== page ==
Scranton’s arts and culture council unveiled

The Arts — By on May 16, 2008 at 11:40 am

The latest initiative in efforts to revitalize the arts and cultural life of the Greater Scranton area was unveiled Monday night with the formal introduction of the Lackawanna County Council on Arts, Culture and Education to the community.

According to Maureen McGuigan, Deputy Director of Arts and Culture for the county, the council will advise county officials on ways to best serve Lackawanna County in the area of arts and culture including policy making, procedures and programming.

“My goal is to create a working council with a strong presence in the community who can help,” said McGuigan. The council will divide into subcommittees including grants and finance management that will examine grant programs for individual artists and organizations. Committees on marketing and outreach will aim to increase diversity and to reach all the municipalities in the county, while a programming committee will help assess and create programming for residents.

The council emerged when two previous councils – the Arts Council and the Council on Education and Culture – were combined. The two earlier councils had been formed in 2004 at the initiation of the special millage for arts and culture (approximately $1 million a year) but a cultural plan for the county suggested that the councils would be more effective working together because they had similar areas of focus.

Council members were selected following a public call and review of applications. “We were looking for a wide range of backgrounds, talents, experience and interests to best reflect the arts and culture needs of Lackawanna County,” said McGuigan.

The council includes Susan S. Belin, Sally Bohlin, Colleen Carter, Geraldine Colleran, William Czachor, Mark DeStefano, Geri Featherby, Eleanore Ginader, Alicia Grega, Christina Irving, Ann Kennedy, Robert Lettieri, Joyce Lomma, Phil Marchse, the Rev. Stephen Matylewicz, Laurie Mecca, Sondra Myers, Awilda Rodriguez, Robert Savinkinus, Kristen Roberts, Mary Beth Stanvitch, Roya Swartz, Wendy Wilson, as well as North Pocono High School student Kristen Perroti who will help develop a youth arts council for high schools students.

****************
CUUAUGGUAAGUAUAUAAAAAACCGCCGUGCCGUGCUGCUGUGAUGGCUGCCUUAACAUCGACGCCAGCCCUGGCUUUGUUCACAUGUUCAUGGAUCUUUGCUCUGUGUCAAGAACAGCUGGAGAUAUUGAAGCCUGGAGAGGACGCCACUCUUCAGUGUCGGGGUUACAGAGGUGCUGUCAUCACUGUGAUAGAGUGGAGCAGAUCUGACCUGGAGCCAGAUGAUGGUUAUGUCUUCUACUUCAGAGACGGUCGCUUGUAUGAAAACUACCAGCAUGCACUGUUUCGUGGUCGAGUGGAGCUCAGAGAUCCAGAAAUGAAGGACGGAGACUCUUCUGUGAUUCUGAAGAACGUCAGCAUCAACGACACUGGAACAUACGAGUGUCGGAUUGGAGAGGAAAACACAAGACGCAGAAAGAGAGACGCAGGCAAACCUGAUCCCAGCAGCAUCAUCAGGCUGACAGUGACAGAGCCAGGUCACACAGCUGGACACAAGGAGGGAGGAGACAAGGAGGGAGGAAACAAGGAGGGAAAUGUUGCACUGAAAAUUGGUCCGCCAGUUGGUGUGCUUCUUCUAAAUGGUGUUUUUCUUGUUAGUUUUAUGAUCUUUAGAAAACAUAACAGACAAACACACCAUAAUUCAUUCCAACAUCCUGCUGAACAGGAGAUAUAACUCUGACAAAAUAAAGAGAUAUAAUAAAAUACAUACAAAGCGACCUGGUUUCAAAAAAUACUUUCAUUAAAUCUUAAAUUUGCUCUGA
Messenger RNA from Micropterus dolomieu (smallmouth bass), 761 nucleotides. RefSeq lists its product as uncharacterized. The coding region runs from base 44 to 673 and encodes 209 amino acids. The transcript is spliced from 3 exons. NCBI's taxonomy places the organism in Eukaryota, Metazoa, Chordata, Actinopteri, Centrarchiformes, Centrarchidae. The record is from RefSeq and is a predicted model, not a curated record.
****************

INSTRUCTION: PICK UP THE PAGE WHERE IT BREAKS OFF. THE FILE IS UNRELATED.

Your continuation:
Along with announcing the Council on Arts, Culture and Education, the county has been busy recently with artistic endeavors. Starting June 6, courthouse square in downtown Scranton will host free summer concerts every Friday from noon to 1 p.m. Arts in the Park programs are planned at McDade Park in Scranton and Merli-Sarnoski in Carbondale. The county will partner with the Lackawanna Heritage Valley Authority on Heritage Explorer, an educational, fun and affordable train ride through the Lackawanna Valley with entertainment and activities for children.

The county is a sponsor of the The Scranhatten Festival, a downtown arts festival set for the July 4 weekend on Spruce Street and Penn Avenue in Scranton, as well as two projects by the Abington Joint Recreation Board – a community garden project and summer program for middle school students.

McGuigan noted that county grant applications are available for download. Grants are due in October and any artist or organization interested in an arts project is encouraged to apply.

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